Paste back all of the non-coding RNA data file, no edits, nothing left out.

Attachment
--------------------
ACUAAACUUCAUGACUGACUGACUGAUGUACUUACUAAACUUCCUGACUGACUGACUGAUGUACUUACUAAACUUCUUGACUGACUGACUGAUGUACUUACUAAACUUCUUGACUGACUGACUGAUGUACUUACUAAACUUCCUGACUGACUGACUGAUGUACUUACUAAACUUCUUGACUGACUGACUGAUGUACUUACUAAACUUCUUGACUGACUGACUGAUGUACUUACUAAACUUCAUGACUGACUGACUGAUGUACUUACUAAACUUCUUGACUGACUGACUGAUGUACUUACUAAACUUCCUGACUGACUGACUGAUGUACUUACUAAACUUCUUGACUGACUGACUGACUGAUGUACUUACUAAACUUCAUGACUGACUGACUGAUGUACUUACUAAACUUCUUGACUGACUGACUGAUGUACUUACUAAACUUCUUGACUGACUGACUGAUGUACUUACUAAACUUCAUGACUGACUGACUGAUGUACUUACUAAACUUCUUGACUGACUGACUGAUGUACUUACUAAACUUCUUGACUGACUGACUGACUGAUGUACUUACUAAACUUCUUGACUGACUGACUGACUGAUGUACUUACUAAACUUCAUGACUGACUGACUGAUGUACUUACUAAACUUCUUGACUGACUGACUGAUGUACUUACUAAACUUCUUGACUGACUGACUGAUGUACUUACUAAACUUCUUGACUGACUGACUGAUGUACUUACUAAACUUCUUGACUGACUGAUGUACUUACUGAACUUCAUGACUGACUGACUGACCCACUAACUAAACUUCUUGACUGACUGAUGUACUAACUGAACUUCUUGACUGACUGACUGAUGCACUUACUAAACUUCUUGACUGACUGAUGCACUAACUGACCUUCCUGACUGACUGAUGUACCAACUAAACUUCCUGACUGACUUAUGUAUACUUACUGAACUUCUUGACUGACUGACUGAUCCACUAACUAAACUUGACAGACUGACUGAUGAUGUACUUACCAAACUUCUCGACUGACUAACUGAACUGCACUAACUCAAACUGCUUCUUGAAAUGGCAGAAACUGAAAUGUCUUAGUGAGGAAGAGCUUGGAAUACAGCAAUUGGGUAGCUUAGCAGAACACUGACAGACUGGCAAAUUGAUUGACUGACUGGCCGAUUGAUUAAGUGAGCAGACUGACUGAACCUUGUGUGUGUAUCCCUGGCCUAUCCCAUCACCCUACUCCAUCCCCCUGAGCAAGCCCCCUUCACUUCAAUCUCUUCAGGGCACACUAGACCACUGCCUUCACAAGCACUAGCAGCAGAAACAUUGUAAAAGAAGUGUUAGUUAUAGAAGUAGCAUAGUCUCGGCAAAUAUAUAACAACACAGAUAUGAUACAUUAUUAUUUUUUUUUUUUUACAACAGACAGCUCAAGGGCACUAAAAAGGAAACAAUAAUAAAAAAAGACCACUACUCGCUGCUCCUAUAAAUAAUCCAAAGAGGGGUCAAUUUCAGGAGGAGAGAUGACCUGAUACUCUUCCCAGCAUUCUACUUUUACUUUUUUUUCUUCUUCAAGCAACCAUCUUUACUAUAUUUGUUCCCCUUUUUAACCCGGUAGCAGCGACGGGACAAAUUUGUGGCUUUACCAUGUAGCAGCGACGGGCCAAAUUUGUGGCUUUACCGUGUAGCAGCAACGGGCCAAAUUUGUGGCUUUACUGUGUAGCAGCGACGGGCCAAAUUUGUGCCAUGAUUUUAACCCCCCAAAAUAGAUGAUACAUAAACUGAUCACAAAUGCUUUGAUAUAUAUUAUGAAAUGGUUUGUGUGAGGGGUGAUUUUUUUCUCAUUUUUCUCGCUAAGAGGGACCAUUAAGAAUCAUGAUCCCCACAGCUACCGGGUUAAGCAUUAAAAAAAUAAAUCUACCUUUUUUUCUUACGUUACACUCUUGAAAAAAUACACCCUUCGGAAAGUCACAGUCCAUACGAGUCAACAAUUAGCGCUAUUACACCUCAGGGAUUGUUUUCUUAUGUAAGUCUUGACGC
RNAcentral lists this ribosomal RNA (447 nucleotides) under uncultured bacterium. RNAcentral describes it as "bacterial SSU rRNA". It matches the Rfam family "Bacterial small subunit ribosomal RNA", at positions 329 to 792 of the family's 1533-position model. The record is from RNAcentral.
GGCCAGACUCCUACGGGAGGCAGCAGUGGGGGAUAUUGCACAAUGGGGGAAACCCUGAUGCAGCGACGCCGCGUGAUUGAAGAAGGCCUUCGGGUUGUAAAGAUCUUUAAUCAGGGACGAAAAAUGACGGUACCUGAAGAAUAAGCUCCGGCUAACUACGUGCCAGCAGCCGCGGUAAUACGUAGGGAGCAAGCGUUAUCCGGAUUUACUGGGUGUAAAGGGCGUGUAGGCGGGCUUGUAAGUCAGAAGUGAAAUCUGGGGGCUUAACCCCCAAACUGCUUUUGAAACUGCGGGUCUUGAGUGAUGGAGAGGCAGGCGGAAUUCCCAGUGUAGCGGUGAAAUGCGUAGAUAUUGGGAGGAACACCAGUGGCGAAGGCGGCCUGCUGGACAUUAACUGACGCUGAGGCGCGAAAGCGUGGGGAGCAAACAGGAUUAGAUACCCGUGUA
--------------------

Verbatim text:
ACUAAACUUCAUGACUGACUGACUGAUGUACUUACUAAACUUCCUGACUGACUGACUGAUGUACUUACUAAACUUCUUGACUGACUGACUGAUGUACUUACUAAACUUCUUGACUGACUGACUGAUGUACUUACUAAACUUCCUGACUGACUGACUGAUGUACUUACUAAACUUCUUGACUGACUGACUGAUGUACUUACUAAACUUCUUGACUGACUGACUGAUGUACUUACUAAACUUCAUGACUGACUGACUGAUGUACUUACUAAACUUCUUGACUGACUGACUGAUGUACUUACUAAACUUCCUGACUGACUGACUGAUGUACUUACUAAACUUCUUGACUGACUGACUGACUGAUGUACUUACUAAACUUCAUGACUGACUGACUGAUGUACUUACUAAACUUCUUGACUGACUGACUGAUGUACUUACUAAACUUCUUGACUGACUGACUGAUGUACUUACUAAACUUCAUGACUGACUGACUGAUGUACUUACUAAACUUCUUGACUGACUGACUGAUGUACUUACUAAACUUCUUGACUGACUGACUGACUGAUGUACUUACUAAACUUCUUGACUGACUGACUGACUGAUGUACUUACUAAACUUCAUGACUGACUGACUGAUGUACUUACUAAACUUCUUGACUGACUGACUGAUGUACUUACUAAACUUCUUGACUGACUGACUGAUGUACUUACUAAACUUCUUGACUGACUGACUGAUGUACUUACUAAACUUCUUGACUGACUGAUGUACUUACUGAACUUCAUGACUGACUGACUGACCCACUAACUAAACUUCUUGACUGACUGAUGUACUAACUGAACUUCUUGACUGACUGACUGAUGCACUUACUAAACUUCUUGACUGACUGAUGCACUAACUGACCUUCCUGACUGACUGAUGUACCAACUAAACUUCCUGACUGACUUAUGUAUACUUACUGAACUUCUUGACUGACUGACUGAUCCACUAACUAAACUUGACAGACUGACUGAUGAUGUACUUACCAAACUUCUCGACUGACUAACUGAACUGCACUAACUCAAACUGCUUCUUGAAAUGGCAGAAACUGAAAUGUCUUAGUGAGGAAGAGCUUGGAAUACAGCAAUUGGGUAGCUUAGCAGAACACUGACAGACUGGCAAAUUGAUUGACUGACUGGCCGAUUGAUUAAGUGAGCAGACUGACUGAACCUUGUGUGUGUAUCCCUGGCCUAUCCCAUCACCCUACUCCAUCCCCCUGAGCAAGCCCCCUUCACUUCAAUCUCUUCAGGGCACACUAGACCACUGCCUUCACAAGCACUAGCAGCAGAAACAUUGUAAAAGAAGUGUUAGUUAUAGAAGUAGCAUAGUCUCGGCAAAUAUAUAACAACACAGAUAUGAUACAUUAUUAUUUUUUUUUUUUUACAACAGACAGCUCAAGGGCACUAAAAAGGAAACAAUAAUAAAAAAAGACCACUACUCGCUGCUCCUAUAAAUAAUCCAAAGAGGGGUCAAUUUCAGGAGGAGAGAUGACCUGAUACUCUUCCCAGCAUUCUACUUUUACUUUUUUUUCUUCUUCAAGCAACCAUCUUUACUAUAUUUGUUCCCCUUUUUAACCCGGUAGCAGCGACGGGACAAAUUUGUGGCUUUACCAUGUAGCAGCGACGGGCCAAAUUUGUGGCUUUACCGUGUAGCAGCAACGGGCCAAAUUUGUGGCUUUACUGUGUAGCAGCGACGGGCCAAAUUUGUGCCAUGAUUUUAACCCCCCAAAAUAGAUGAUACAUAAACUGAUCACAAAUGCUUUGAUAUAUAUUAUGAAAUGGUUUGUGUGAGGGGUGAUUUUUUUCUCAUUUUUCUCGCUAAGAGGGACCAUUAAGAAUCAUGAUCCCCACAGCUACCGGGUUAAGCAUUAAAAAAAUAAAUCUACCUUUUUUUCUUACGUUACACUCUUGAAAAAAUACACCCUUCGGAAAGUCACAGUCCAUACGAGUCAACAAUUAGCGCUAUUACACCUCAGGGAUUGUUUUCUUAUGUAAGUCUUGACGC
RNAcentral lists this ribosomal RNA (447 nucleotides) under uncultured bacterium. RNAcentral describes it as "bacterial SSU rRNA". It matches the Rfam family "Bacterial small subunit ribosomal RNA", at positions 329 to 792 of the family's 1533-position model. The record is from RNAcentral.
GGCCAGACUCCUACGGGAGGCAGCAGUGGGGGAUAUUGCACAAUGGGGGAAACCCUGAUGCAGCGACGCCGCGUGAUUGAAGAAGGCCUUCGGGUUGUAAAGAUCUUUAAUCAGGGACGAAAAAUGACGGUACCUGAAGAAUAAGCUCCGGCUAACUACGUGCCAGCAGCCGCGGUAAUACGUAGGGAGCAAGCGUUAUCCGGAUUUACUGGGUGUAAAGGGCGUGUAGGCGGGCUUGUAAGUCAGAAGUGAAAUCUGGGGGCUUAACCCCCAAACUGCUUUUGAAACUGCGGGUCUUGAGUGAUGGAGAGGCAGGCGGAAUUCCCAGUGUAGCGGUGAAAUGCGUAGAUAUUGGGAGGAACACCAGUGGCGAAGGCGGCCUGCUGGACAUUAACUGACGCUGAGGCGCGAAAGCGUGGGGAGCAAACAGGAUUAGAUACCCGUGUA